Dear Bundoo: My daughter is a Christmas brat!
One family wants to go gift-free this Christmas because of their bratty preschooler. Another mom needs a cure for her daughter’s excessive earwax.
Last year, my toddler embarrassed me when she opened presents from her relatives. She announced when she didn’t like something and told her grandparents to return toys she didn’t want. This year, my wife and I—along with the rest of our family—decided to go gift-free. My concern is how to tell our children, now 4 and 20 months. We want to make sure they know this time of the year isn’t about how many things they get under a tree, but rather the time they spend with family. How can we tell them without a potential World War III?
—Father of the brat
Yes, this is the right message to send your children. You are establishing this foundation early on—good for you! I suggest you start preparing them for a change in what they are used to as soon as possible.
Your 20 month old will not have a recollection of last Christmas, so no explanation is necessary there. Your 4-year-old may take a little prepping. When you discuss the change, you will have to sell it with your own enthusiasm and excitement. Explain to her what to expect on Christmas and this holiday season. Take every opportunity between now and the day they would’ve expected a truckload of gifts to celebrate family, start new traditions, and emphasize the values you wish to instill in your children. Share with them something to look forward to, like family activities and traditions that encourage family togetherness. If sold well and communicated effectively, your children will not be disappointed (but possibly more excited!) for this time of year.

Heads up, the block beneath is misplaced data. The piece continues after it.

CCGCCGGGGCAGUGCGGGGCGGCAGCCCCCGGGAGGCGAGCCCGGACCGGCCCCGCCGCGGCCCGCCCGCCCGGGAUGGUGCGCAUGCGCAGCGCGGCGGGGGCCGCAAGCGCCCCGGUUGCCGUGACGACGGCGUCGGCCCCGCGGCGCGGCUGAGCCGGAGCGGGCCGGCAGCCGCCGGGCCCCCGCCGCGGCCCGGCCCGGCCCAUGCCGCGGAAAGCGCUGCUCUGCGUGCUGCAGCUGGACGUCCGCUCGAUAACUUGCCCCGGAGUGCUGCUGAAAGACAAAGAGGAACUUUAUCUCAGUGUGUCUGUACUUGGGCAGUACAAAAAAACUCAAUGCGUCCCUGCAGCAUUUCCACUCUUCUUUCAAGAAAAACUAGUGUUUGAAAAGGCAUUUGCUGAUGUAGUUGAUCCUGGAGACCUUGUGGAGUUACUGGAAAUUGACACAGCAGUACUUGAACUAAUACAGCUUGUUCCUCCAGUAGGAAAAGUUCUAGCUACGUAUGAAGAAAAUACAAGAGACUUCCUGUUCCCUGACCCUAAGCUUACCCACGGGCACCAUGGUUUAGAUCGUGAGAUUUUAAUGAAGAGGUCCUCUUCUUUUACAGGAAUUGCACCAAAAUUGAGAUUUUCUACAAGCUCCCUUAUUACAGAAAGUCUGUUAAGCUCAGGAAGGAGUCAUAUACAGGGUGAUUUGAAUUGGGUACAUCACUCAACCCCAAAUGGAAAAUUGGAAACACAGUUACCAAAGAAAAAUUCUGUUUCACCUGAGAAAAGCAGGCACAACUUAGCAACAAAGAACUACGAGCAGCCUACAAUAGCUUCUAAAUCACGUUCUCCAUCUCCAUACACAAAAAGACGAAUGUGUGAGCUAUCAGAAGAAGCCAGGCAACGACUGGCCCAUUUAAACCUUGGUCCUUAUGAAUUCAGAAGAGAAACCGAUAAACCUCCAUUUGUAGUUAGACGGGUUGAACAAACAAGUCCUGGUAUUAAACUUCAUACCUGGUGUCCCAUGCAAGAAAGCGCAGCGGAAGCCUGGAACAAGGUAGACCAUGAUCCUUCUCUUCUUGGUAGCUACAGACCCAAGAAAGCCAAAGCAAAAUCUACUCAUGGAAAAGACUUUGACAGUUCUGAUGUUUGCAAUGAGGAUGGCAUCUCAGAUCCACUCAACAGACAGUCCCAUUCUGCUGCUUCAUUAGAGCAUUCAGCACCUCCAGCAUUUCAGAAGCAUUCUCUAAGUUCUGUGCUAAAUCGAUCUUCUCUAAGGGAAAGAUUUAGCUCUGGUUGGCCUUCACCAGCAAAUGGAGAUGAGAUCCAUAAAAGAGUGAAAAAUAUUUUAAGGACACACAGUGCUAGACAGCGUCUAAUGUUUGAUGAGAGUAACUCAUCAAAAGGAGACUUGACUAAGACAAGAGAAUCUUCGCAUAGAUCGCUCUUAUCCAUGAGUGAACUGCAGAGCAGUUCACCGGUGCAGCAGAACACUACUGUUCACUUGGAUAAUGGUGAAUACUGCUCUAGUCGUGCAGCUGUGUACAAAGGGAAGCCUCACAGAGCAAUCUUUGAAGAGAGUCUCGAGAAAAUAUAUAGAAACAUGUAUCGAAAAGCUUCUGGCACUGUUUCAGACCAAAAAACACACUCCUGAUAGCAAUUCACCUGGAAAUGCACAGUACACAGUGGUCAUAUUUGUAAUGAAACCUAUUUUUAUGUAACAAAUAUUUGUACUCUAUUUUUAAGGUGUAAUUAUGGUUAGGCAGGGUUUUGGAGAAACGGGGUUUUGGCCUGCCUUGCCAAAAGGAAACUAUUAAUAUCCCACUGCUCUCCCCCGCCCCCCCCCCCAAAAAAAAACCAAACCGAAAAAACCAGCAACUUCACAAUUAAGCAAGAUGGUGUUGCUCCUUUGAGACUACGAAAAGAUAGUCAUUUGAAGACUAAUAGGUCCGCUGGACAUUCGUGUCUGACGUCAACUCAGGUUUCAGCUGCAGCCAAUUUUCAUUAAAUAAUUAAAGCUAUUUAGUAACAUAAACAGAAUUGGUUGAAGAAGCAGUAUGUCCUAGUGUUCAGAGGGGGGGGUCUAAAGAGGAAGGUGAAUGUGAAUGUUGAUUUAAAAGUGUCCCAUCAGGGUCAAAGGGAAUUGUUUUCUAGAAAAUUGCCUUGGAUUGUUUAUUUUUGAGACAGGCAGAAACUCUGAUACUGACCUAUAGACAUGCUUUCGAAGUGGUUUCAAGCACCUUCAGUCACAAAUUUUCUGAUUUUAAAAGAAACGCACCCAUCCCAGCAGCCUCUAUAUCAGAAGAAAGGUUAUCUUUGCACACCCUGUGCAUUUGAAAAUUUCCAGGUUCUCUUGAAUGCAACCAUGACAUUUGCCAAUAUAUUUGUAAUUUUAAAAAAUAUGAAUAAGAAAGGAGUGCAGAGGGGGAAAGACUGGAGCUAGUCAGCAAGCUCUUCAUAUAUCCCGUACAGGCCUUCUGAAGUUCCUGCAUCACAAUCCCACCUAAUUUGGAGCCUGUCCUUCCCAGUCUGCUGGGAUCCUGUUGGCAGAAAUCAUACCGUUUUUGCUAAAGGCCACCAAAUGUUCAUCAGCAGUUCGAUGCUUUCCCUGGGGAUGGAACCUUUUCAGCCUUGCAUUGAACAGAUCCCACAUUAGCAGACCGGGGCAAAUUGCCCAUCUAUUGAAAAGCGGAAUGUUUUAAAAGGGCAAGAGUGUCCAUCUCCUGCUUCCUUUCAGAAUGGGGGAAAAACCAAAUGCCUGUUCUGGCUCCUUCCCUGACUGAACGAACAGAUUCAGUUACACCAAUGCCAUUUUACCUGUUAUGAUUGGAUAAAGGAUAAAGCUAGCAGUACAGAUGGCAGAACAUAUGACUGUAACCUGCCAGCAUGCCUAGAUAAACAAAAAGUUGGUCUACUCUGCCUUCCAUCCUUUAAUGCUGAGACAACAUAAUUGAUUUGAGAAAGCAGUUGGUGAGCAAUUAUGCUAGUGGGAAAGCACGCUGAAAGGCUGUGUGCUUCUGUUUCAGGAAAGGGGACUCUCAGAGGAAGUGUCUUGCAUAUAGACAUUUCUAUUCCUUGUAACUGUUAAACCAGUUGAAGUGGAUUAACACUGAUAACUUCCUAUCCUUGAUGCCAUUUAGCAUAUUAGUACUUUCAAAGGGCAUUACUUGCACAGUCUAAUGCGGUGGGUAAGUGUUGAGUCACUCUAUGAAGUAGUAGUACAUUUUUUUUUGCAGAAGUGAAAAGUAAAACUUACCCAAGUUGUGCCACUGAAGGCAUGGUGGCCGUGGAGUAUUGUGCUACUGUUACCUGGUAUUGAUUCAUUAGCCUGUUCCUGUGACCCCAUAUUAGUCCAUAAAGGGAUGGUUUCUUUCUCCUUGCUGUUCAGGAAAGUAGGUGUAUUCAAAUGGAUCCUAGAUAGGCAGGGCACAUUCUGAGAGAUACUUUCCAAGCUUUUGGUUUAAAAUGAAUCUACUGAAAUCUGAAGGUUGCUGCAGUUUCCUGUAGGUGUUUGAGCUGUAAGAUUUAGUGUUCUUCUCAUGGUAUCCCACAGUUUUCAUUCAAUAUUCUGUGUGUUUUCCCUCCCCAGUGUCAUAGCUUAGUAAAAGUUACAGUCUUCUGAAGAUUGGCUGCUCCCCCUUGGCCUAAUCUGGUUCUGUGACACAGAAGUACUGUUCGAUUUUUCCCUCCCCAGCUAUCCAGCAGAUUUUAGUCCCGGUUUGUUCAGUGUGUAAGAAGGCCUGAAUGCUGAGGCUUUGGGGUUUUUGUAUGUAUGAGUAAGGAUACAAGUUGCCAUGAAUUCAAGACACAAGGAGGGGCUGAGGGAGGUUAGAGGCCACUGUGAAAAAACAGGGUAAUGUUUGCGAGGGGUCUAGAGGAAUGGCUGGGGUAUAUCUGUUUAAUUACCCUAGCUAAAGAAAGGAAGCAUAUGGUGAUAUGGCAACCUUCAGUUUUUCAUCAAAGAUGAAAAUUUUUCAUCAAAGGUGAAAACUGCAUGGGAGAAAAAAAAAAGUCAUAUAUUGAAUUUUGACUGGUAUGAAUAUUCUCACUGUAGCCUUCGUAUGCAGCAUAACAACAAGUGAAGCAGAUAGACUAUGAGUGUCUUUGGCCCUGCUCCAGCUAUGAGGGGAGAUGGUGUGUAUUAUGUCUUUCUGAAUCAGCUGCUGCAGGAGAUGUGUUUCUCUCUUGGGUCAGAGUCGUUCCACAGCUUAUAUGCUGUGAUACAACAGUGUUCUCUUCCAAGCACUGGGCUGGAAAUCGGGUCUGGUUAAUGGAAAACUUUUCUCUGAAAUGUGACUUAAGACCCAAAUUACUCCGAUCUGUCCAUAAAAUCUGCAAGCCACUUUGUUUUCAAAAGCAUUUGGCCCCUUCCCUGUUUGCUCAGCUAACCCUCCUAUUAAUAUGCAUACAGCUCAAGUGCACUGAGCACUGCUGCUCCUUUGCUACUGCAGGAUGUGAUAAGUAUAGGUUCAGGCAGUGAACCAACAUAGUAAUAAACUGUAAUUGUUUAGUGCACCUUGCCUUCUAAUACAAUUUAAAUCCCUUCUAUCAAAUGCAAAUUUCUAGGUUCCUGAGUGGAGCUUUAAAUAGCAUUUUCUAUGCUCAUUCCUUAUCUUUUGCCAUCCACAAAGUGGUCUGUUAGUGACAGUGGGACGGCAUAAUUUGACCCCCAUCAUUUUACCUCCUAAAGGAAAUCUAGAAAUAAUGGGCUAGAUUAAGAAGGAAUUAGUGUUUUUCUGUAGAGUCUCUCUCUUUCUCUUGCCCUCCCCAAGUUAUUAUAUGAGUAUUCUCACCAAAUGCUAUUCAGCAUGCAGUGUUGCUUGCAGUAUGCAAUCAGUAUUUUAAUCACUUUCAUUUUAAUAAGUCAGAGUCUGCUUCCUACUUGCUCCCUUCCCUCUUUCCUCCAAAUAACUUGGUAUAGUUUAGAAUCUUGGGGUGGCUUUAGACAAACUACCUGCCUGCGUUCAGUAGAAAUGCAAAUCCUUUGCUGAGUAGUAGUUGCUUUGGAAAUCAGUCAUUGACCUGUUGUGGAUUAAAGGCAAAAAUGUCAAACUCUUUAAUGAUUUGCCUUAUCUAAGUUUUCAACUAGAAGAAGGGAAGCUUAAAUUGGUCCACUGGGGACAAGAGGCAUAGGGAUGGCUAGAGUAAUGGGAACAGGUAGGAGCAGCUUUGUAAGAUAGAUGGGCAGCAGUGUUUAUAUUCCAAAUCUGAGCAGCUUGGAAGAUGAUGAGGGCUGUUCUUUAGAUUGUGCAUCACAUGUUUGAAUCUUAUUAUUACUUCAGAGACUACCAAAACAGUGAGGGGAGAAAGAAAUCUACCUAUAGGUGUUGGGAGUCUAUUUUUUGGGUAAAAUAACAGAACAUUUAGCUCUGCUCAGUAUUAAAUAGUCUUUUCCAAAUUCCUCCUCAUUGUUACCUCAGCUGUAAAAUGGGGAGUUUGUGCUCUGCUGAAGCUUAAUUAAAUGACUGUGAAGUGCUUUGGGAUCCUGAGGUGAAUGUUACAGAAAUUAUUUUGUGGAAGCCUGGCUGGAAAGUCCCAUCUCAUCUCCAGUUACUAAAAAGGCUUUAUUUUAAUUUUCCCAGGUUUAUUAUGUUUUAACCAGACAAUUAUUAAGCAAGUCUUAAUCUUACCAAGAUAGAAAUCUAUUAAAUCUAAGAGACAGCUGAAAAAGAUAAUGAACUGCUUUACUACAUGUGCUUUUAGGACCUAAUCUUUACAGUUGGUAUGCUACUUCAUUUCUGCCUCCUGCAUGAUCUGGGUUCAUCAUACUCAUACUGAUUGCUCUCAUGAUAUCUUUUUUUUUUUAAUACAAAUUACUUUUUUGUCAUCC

I think my 3-year-old daughter has excessive earwax. When I look in her ears, I can see big chunks of it, and sometimes it hurts her or I see her tugging on her ears. I looked online to see if there’s a way I can treat this myself and found a few recommendations for earwax removal using hydrogen peroxide to flush out her ears or earwax candles. Are these safe to use?
Earwax is a normal part of the anatomy and comes in two forms, wet and dry. Many children seem to have a large amount of wax which can feel itchy at times but will not hurt them. Cleaning around the ear with a wet washcloth helps remove it from the outer ear. Mixing equal parts hydrogen peroxide with lukewarm water and putting a few drops into each ear during bath time can help loosen wax so that it falls out on its own. This method may take at least a week to work and often has to be repeated as wax returns.
Earwax candles work by warming the wax so that it melts out of the ear. I would not recommend this method for use in children. If your child has ear tubes then you should not clean out earwax with any home remedy. In this case, discuss the problem with your pediatrician or ENT.
Answered by Dr. Sara Connolly, MD, FAAP, Bundoo Pediatrician
Dear Bundoo is where we answer your parenting and relationship questions anonymously. If you have a question you’d like to see answered, drop us a line at email@example.com—or you can always stop by Ask Bundoo to have your question answered privately by one of our doctors or childcare experts. In the meantime, stop by every Tuesday to check out what our experts are answering.